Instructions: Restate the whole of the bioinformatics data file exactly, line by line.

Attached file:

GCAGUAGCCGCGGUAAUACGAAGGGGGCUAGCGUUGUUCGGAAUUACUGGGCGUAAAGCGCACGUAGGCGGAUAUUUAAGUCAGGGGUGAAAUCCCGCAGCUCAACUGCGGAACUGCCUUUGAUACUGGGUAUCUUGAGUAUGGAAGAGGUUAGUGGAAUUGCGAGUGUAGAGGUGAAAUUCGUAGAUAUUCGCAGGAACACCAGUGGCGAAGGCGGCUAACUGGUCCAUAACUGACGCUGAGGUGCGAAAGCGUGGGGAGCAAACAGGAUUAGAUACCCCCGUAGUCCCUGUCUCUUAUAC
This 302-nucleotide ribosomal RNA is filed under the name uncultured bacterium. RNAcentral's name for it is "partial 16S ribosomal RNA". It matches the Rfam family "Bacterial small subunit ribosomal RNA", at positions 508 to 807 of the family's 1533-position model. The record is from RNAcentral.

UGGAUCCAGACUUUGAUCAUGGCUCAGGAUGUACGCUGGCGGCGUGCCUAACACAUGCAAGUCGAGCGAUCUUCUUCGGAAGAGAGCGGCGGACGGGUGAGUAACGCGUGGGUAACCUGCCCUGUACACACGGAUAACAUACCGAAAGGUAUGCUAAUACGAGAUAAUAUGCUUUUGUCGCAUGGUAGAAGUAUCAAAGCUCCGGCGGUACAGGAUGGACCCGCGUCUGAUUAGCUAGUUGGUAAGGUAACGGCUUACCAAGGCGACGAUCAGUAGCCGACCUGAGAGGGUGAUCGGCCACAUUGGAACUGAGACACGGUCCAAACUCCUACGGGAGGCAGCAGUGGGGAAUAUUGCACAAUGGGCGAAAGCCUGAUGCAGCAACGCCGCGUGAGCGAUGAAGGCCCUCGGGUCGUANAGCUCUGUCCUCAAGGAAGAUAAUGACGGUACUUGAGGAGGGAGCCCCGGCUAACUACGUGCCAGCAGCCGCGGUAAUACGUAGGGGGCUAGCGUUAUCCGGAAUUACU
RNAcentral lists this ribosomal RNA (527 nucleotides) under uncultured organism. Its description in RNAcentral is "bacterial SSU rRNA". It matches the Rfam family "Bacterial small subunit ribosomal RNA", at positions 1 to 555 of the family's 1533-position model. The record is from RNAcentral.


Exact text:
GCAGUAGCCGCGGUAAUACGAAGGGGGCUAGCGUUGUUCGGAAUUACUGGGCGUAAAGCGCACGUAGGCGGAUAUUUAAGUCAGGGGUGAAAUCCCGCAGCUCAACUGCGGAACUGCCUUUGAUACUGGGUAUCUUGAGUAUGGAAGAGGUUAGUGGAAUUGCGAGUGUAGAGGUGAAAUUCGUAGAUAUUCGCAGGAACACCAGUGGCGAAGGCGGCUAACUGGUCCAUAACUGACGCUGAGGUGCGAAAGCGUGGGGAGCAAACAGGAUUAGAUACCCCCGUAGUCCCUGUCUCUUAUAC
This 302-nucleotide ribosomal RNA is filed under the name uncultured bacterium. RNAcentral's name for it is "partial 16S ribosomal RNA". It matches the Rfam family "Bacterial small subunit ribosomal RNA", at positions 508 to 807 of the family's 1533-position model. The record is from RNAcentral.

UGGAUCCAGACUUUGAUCAUGGCUCAGGAUGUACGCUGGCGGCGUGCCUAACACAUGCAAGUCGAGCGAUCUUCUUCGGAAGAGAGCGGCGGACGGGUGAGUAACGCGUGGGUAACCUGCCCUGUACACACGGAUAACAUACCGAAAGGUAUGCUAAUACGAGAUAAUAUGCUUUUGUCGCAUGGUAGAAGUAUCAAAGCUCCGGCGGUACAGGAUGGACCCGCGUCUGAUUAGCUAGUUGGUAAGGUAACGGCUUACCAAGGCGACGAUCAGUAGCCGACCUGAGAGGGUGAUCGGCCACAUUGGAACUGAGACACGGUCCAAACUCCUACGGGAGGCAGCAGUGGGGAAUAUUGCACAAUGGGCGAAAGCCUGAUGCAGCAACGCCGCGUGAGCGAUGAAGGCCCUCGGGUCGUANAGCUCUGUCCUCAAGGAAGAUAAUGACGGUACUUGAGGAGGGAGCCCCGGCUAACUACGUGCCAGCAGCCGCGGUAAUACGUAGGGGGCUAGCGUUAUCCGGAAUUACU
RNAcentral lists this ribosomal RNA (527 nucleotides) under uncultured organism. Its description in RNAcentral is "bacterial SSU rRNA". It matches the Rfam family "Bacterial small subunit ribosomal RNA", at positions 1 to 555 of the family's 1533-position model. The record is from RNAcentral.